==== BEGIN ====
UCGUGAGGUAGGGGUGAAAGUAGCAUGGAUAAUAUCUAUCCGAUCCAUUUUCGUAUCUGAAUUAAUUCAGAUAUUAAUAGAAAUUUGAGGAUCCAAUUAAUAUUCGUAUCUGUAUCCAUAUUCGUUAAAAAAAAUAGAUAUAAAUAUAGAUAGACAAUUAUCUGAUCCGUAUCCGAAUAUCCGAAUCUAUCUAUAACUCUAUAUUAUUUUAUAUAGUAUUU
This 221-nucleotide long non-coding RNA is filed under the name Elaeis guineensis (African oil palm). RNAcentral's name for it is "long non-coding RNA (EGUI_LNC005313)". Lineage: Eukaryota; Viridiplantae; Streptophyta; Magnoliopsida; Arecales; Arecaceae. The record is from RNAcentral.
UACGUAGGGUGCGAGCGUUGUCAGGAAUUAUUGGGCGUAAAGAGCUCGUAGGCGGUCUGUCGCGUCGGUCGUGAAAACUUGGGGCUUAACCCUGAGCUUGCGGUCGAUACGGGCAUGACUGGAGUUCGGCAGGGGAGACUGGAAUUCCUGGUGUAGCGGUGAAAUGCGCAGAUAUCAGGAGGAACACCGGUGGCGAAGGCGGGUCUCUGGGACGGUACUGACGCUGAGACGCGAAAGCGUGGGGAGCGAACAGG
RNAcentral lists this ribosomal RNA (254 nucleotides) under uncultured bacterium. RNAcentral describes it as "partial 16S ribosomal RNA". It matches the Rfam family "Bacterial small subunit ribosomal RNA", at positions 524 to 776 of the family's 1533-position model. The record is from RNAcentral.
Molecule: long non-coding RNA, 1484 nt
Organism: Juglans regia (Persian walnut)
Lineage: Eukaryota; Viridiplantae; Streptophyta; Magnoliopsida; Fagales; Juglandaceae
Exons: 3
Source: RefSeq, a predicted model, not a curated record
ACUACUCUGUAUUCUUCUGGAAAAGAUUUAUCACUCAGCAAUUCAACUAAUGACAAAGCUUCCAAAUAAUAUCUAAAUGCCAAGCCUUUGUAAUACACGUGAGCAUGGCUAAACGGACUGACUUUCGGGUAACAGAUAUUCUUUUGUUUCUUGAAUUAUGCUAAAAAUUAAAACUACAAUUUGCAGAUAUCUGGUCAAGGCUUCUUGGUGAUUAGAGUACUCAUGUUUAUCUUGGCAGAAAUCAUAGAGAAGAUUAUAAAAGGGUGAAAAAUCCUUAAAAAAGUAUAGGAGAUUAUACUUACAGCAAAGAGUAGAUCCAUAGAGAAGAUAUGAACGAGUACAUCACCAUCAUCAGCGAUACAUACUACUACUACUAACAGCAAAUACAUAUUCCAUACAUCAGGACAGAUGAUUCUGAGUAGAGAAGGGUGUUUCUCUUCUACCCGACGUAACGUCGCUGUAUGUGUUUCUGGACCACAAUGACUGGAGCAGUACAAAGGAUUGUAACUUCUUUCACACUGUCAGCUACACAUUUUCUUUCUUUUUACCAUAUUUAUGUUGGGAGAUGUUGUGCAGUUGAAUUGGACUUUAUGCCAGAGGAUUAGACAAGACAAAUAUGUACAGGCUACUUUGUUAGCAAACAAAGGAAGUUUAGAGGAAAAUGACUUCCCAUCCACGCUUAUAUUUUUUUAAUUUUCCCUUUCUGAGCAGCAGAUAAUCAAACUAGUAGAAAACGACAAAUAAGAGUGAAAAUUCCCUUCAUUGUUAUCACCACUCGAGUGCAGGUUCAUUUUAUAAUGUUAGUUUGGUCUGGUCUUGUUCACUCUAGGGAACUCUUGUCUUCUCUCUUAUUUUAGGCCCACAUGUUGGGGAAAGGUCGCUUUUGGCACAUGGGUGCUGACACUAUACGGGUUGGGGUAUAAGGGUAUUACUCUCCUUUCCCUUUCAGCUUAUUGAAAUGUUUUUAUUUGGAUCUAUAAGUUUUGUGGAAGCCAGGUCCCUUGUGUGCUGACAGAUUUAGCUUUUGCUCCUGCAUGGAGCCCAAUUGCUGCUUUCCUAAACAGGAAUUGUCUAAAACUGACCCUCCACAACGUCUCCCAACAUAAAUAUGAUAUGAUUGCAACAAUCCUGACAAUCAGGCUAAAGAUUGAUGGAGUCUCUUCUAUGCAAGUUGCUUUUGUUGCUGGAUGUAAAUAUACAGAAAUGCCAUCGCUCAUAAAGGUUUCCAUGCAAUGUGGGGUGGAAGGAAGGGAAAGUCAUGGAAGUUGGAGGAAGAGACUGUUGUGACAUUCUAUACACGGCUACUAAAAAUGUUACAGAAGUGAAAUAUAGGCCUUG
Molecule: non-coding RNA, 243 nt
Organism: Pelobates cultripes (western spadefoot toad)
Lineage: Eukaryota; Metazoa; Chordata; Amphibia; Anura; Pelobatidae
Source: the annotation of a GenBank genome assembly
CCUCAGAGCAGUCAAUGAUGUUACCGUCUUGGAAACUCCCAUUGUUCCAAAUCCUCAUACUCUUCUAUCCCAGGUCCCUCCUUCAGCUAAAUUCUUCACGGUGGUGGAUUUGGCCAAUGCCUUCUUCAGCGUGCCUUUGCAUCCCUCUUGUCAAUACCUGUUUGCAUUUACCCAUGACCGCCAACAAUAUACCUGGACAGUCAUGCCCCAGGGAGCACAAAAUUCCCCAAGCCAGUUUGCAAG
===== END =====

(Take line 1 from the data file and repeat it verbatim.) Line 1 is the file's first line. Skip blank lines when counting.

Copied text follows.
UCGUGAGGUAGGGGUGAAAGUAGCAUGGAUAAUAUCUAUCCGAUCCAUUUUCGUAUCUGAAUUAAUUCAGAUAUUAAUAGAAAUUUGAGGAUCCAAUUAAUAUUCGUAUCUGUAUCCAUAUUCGUUAAAAAAAAUAGAUAUAAAUAUAGAUAGACAAUUAUCUGAUCCGUAUCCGAAUAUCCGAAUCUAUCUAUAACUCUAUAUUAUUUUAUAUAGUAUUU